Persistent Poverty in Africa:
Why and How You Can Help
Chris Barrett
Charles H. Dyson School of Applied Economics and Management
March 24, 2014
Hosted by Heifer International chapter, Cornell University
The poor are in South Asia
Rapid, large-scale poverty reduction is possible …
as demonstrated by a generation of rapidly falling
global poverty rates, especially in East Asia.
The poor are
mainly in
South Asia
and no real
progress in
Africa in the
last 35 years.
Source: World Bank, PovCalNet
The ultra-poor are African
The big challenge is the persistence of
concentrated ultra-poverty … in Africa,
where it has almost doubled in a generation.
Source: World Bank,
In 1981 Africa was home to 12% of the
world’s ultra-poor … now >75%.
The persistence of
African ultra-poverty
Longitudinal data reinforce the story
Comparative Poverty Dynamics
- In the US, the median
- In rural Africa, we don’t
know the median spell
length! Most poverty is
chronic, with complex
and multiple causation.
Ngambo, Northern Kenya 2000-2 ($0.25)
of population
Percent of
poverty spell length is
only 4.5 months. The
overwhelming majority of
US poverty is transitory.
Fianarantsoa, Southern Madagascar
1997-2002 ($0.25)
Vakinankaratra, Central Madagascar
1997-2002 ($0.25)
United States 1993-94 ($15.05)
Continuous years in poverty
Sources: USA:
USA: Naifeh
Naifeh (1998).
(1998), Poverty
others: Barrett
et al.
Poverty line
line levels
all inJDS).
all in inflation-adjusted 2002 US dollars.
Becoming ultra-poor
Many Are Born Poor and Stay Poor
But Why Do Others Become Poor,
Replacing Those Who Escape Poverty?
1) Health Shocks (malaria, HIV/AIDS, etc.)
2) Conflict/war
3) Natural Disasters (drought, flood)
4) Unemployment
The public and private safety nets we take for
granted rarely exist in SSA
Staying ultra-poor
Once Poor,
Why Do People Remain Poor?
- Poor early childhood health/nutrition
- Limited education
- Lack access to finance to invest in livestock,
land, improved technologies
- Underdeveloped markets
- Social exclusion (race, gender, ethnicity, etc.)
… all keep the poor from making enough to
invest in growing richer … ‘poverty traps’
“May the odds be
ever in your favor”
Who has a real shot at escaping poverty?
Under-five mortality rate = 18%
Elem. school completion rate = 48%
14-16 yr old HIV/AIDS positive = 8%
Face regular violent conflict = ~20%
… Only 20-30% have a good shot at an African
middle class life under current education, health
and security situation
.. And most face a much higher likelihood of dying a
preventable, poverty-related death (cholera,
typhoid, measles, childbirth …)
Changing the odds
How Do Some Climb/Stay Out of Poverty?
- Maintain good health: avoid illness/injury
- Education
- Some cash to invest: savings, loans, gifts,
remittances … it takes $ to make $
- Reasonable, reliable access to markets
- Peace
… Not much different from the US!
All are scalable … we can change the odds
Why should we care?
- Golden rule
- Future markets/suppliers
- Prospective source of insecurity
- Conservation of forests, wildlife
- Controlling pandemics
How does the world help?
Net aid given by governments:
~7.5 ¢ per day per person (overstated due to “tying”)
Private gifts (foundations, companies and individuals):
~ 6 ¢ per day per person
Develop new technologies, better institutions, smarter
policies through businesses, governments, NGOs:
- health care (incl. lower pricing by drug companies)
- improved information/communications technologies
- agricultural, water, energy, transport and other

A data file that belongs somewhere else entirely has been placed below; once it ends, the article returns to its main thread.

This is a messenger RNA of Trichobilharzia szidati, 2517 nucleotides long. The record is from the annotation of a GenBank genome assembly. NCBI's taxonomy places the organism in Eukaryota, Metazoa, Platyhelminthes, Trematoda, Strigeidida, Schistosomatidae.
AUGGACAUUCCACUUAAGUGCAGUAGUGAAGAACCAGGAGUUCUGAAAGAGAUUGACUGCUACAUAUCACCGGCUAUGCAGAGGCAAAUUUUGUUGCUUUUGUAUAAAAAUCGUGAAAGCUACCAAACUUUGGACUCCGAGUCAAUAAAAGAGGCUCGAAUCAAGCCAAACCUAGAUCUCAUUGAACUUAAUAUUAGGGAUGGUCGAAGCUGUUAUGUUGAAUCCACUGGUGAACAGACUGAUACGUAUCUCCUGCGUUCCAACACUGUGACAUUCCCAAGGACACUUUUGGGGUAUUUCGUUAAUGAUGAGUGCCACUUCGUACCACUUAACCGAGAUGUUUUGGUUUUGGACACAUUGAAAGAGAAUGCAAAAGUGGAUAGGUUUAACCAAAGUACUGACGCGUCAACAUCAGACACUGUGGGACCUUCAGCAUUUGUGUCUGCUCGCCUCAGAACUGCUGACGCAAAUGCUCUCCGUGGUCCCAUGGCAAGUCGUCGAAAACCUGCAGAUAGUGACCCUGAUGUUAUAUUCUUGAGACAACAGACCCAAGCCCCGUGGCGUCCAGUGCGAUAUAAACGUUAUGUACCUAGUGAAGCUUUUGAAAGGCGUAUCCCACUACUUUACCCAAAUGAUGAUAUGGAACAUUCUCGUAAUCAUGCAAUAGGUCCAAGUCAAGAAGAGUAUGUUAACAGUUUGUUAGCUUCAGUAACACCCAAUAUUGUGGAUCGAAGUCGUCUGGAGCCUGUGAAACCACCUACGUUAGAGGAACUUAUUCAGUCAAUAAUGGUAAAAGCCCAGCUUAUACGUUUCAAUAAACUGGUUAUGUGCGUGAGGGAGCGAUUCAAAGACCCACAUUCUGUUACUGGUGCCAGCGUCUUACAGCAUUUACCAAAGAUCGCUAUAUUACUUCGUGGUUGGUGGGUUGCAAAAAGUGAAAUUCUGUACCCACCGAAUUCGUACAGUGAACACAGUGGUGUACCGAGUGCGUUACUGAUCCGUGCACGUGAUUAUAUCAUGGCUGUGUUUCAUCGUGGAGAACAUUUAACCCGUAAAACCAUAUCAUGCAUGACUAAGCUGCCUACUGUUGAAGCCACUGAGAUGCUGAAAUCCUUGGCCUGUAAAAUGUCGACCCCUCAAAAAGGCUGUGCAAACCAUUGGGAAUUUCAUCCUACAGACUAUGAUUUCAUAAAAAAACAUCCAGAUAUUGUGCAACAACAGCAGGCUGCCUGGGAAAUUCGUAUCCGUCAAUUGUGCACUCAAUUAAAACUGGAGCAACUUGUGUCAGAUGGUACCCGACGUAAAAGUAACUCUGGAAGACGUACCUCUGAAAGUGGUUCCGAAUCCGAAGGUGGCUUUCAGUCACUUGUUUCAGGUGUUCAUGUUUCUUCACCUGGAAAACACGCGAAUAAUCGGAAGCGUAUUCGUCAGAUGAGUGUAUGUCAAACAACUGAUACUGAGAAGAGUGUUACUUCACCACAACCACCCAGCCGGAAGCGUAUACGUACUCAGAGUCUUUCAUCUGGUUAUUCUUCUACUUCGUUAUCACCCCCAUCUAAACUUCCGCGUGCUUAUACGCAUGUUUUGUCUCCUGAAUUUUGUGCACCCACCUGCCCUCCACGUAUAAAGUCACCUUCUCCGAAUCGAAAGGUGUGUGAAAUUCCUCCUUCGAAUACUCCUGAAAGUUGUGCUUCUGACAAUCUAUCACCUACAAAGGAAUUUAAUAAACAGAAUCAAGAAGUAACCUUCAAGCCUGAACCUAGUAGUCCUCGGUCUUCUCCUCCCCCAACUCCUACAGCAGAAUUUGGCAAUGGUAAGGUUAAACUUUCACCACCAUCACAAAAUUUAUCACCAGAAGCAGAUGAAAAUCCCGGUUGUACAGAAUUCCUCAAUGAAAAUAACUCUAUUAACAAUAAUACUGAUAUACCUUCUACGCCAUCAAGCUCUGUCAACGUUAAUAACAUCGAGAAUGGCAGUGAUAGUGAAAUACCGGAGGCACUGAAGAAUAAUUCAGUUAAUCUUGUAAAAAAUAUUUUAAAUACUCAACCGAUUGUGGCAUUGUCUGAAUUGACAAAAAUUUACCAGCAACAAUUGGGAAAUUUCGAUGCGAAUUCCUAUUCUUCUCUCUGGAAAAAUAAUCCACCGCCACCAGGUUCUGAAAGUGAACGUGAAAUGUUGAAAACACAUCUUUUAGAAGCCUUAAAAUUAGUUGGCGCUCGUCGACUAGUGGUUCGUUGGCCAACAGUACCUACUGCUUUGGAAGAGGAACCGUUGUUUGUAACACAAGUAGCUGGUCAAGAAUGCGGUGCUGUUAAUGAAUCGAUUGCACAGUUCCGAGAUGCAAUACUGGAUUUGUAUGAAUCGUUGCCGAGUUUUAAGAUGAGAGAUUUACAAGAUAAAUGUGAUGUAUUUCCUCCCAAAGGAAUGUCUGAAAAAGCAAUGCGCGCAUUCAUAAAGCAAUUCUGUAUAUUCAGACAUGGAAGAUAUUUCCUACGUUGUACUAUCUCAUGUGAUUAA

technologies (universities/research institutes)
- policy research (universities/think tanks)
- (good) job creation by businesses
Do your donations matter?
Ex: Heifer Int’l animal donation projects in Rwanda
Original survey of 406 hhs in 2 locations:
Ruli (Dairy cows) and Kirehe (Meat goats)
Three treatment groups: Beneficiaries vs. qualified
prospective beneficiaries vs. never will be beneficiaries
Central findings:
Dietary intake:
- Households that receive a dairy cow consume 9.34 more
liters of dairy per person, >3x intake of control hhs.
- Families that received a donated meat goat increased
monthly meat consumption by 0.20 kilograms per person,
~2x intake of controls hhs.
Source: Rawlins, Pimkina,
Barrett, Pedersen & Wydick
(2014), “Got Milk? The Impact
of Heifer International's
Livestock Donation Programs in
Rwanda on Nutritional
Outcomes,” Food Policy 44(1):
Child (0-5 yr) nutritional status:
- Meat goats: stat sig +0.5 SDs weight-for-age , +0.4 SDs weight-for-height z-score,
but a only a stat insig 0.1 SD effect on height-for-age z-score.
- Dairy cows: stat sig +0.5 SDs height-for-age z-score, but only a stat insig +0.4 SDs
weight-for-age z-score.
What can you do?
1) Recognize, be grateful for and make good use of
the opportunities you have here in the US! Young
Africans only dream of your opportunities.
2) Be informed and speak up to our political leaders
3) Sponsor a child, buy loved ones alternative gifts
for holidays and special events.
Luke 12:48: “To whom much has been given, much is
Margaret Mead: “Never doubt that a small group of
thoughtful, committed citizens can change the
world; indeed, it's the only thing that ever has.”
“Most of the people in the world are poor, so if we knew the
economics of being poor we would know much of the economics that
really matters. Most of the world’s poor people earn their living
from agriculture, so if we knew the economics of agriculture we
would know much of the economics of being poor.”
- Theodore W. Schultz
Opening sentences of 1979 Nobel Prize in Economics lecture
Africa is the world’s most agrarian/rural continent.
CALS majors have uncommon capacity to help!
If you had been
born to a poor
woman in rural
Africa, what would
you want others to
do for you?
Thanks for your interest!

Persistent Poverty in Africa: Why and How You Can Help